Perceptions of value: A study of worker characteristics and performance interventions

by Welch, Corey M., Ph.D., CAPELLA UNIVERSITY, 2013, 234 pages; 3551666


This study addressed the need of human performance technology (HPT) practitioners to make the most cost-effective performance intervention decisions, introducing a new instrument, the Intervention Value Survey, as a possible tool to provide a clearer profile of an audience's perceptions of what provides them value. Using a mixed methods online survey, this study investigated people's perceptions about the value of different types of performance improvement approaches, and sought out correlations between demographic categories and their shared perceptions. Although generalizability was limited by response rate, results in the target population (U.S. employees of a mid-size high-tech manufacturer) showed that 50% or more of the participants had actually experienced instructor-led classroom, instructor-led distance, self-directed, online, on-the-job, and financial incentive interventions, while fewer than 50% reported experiencing non-financial incentives and job design/redesign interventions. Of the 8 types of interventions studied, on-the-job, instructor-led classroom, and financial incentive interventions had the highest mean scores and positive responses. Older age categories were correlated with increased positive value perception of instructor-led classroom learning, as was more job experience. Also, higher income levels were correlated with increased positive value perception for both financial and non-financial incentives. The greatest number of positive value examples was for instructor-led classroom and on-the-job training; for negative outcomes, online and self-directed learning received the most responses. These results suggest that the administration of this kind of instrument could provide important data to support intervention decisions within an organization, such as mitigation of perception of low value, or leverage of perception of high value, when addressing needs of different demographic groups. This type of study could also help HPT professionals understand whether their population is aware of the range of interventions they are experiencing, and how they see the outcomes of those interventions. Further, a broadly administered study could indicate perceptions and correlations in industries - or even the society at large - which could contribute to advancement of the HPT field.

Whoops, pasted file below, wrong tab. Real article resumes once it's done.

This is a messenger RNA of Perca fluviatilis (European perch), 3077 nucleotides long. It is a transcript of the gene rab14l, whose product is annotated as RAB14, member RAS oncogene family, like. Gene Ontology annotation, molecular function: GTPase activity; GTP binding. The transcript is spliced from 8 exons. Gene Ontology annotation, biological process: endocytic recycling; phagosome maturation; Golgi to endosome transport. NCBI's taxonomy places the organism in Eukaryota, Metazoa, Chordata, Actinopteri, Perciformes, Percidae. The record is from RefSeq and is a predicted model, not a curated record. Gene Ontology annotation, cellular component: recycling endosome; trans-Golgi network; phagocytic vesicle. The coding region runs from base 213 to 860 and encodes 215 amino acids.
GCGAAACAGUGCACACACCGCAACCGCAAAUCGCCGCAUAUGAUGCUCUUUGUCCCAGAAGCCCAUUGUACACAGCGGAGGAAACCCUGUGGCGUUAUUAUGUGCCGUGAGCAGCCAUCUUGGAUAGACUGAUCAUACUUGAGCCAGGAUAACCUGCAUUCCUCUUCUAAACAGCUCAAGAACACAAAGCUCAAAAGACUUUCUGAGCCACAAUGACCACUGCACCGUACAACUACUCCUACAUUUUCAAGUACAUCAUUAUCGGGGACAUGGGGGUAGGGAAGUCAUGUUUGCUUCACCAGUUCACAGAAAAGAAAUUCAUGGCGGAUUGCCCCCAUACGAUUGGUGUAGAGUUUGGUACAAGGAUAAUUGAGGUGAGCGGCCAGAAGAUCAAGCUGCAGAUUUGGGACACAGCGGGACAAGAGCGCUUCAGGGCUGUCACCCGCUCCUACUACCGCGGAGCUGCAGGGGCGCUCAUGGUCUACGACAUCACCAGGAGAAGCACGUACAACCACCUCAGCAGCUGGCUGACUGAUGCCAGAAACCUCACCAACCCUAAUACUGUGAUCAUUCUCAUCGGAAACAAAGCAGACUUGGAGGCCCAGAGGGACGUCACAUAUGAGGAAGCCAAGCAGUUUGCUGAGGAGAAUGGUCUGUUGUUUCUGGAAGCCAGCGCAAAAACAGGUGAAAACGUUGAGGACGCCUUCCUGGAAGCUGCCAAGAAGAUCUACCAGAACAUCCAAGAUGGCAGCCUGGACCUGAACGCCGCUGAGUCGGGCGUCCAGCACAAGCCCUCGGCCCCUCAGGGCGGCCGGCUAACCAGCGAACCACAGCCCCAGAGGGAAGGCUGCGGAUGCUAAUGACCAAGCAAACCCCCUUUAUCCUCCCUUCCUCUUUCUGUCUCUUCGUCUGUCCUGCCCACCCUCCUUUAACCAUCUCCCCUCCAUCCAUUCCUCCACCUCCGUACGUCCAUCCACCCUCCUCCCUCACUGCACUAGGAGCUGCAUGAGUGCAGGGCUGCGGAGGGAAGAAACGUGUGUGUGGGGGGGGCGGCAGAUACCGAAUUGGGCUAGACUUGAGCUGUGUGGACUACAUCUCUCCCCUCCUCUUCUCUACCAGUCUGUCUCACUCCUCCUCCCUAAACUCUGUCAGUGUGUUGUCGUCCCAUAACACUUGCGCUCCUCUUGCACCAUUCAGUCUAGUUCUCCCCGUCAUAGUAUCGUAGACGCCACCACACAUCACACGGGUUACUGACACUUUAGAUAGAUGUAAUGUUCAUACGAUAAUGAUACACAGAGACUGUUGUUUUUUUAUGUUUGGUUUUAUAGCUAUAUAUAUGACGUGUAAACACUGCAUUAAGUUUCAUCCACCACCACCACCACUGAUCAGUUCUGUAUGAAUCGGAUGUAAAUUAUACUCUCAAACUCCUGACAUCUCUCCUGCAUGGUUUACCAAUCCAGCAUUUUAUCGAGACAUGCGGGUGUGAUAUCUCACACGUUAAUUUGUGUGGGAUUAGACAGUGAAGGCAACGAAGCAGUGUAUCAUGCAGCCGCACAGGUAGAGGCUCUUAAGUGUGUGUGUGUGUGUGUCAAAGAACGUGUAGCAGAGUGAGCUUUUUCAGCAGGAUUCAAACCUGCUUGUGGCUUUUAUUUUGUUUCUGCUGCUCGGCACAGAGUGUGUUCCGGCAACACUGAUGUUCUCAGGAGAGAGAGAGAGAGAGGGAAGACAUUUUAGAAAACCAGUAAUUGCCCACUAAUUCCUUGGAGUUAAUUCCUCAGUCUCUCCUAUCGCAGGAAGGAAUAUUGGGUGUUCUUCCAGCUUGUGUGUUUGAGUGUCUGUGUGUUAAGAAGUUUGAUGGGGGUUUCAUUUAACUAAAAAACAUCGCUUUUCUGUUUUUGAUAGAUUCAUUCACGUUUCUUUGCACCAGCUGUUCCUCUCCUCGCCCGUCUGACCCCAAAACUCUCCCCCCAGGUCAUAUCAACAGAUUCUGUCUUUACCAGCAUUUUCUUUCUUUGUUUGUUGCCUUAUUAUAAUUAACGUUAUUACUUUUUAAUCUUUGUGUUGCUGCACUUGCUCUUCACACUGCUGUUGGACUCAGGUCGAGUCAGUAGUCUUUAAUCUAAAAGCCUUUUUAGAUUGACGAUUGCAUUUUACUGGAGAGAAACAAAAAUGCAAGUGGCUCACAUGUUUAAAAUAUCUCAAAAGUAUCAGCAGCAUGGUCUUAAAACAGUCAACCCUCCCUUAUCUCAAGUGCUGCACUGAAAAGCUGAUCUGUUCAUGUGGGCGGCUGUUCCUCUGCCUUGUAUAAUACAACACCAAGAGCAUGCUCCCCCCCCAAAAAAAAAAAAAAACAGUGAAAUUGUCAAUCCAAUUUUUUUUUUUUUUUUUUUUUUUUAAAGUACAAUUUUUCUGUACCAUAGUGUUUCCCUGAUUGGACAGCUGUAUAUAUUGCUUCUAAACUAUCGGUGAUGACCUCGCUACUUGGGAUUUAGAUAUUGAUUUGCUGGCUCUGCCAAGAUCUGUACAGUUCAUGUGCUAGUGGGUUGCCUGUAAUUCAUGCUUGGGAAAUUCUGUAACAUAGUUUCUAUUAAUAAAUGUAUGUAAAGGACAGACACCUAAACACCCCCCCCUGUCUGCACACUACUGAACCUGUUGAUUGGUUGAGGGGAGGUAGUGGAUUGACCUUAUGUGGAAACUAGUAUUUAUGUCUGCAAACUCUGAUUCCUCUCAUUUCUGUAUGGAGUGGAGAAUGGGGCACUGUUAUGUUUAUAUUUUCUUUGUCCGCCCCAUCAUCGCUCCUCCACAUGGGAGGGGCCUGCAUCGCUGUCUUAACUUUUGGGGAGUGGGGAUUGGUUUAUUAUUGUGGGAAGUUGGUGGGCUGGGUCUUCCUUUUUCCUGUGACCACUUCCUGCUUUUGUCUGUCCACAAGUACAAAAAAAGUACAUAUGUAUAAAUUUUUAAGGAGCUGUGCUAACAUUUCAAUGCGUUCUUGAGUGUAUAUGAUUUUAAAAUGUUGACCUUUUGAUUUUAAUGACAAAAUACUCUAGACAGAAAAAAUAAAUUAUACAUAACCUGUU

AdviserDarlene Van Tiem
Source TypeDissertation
SubjectsManagement; Adult education; Organizational behavior
Publication Number3551666

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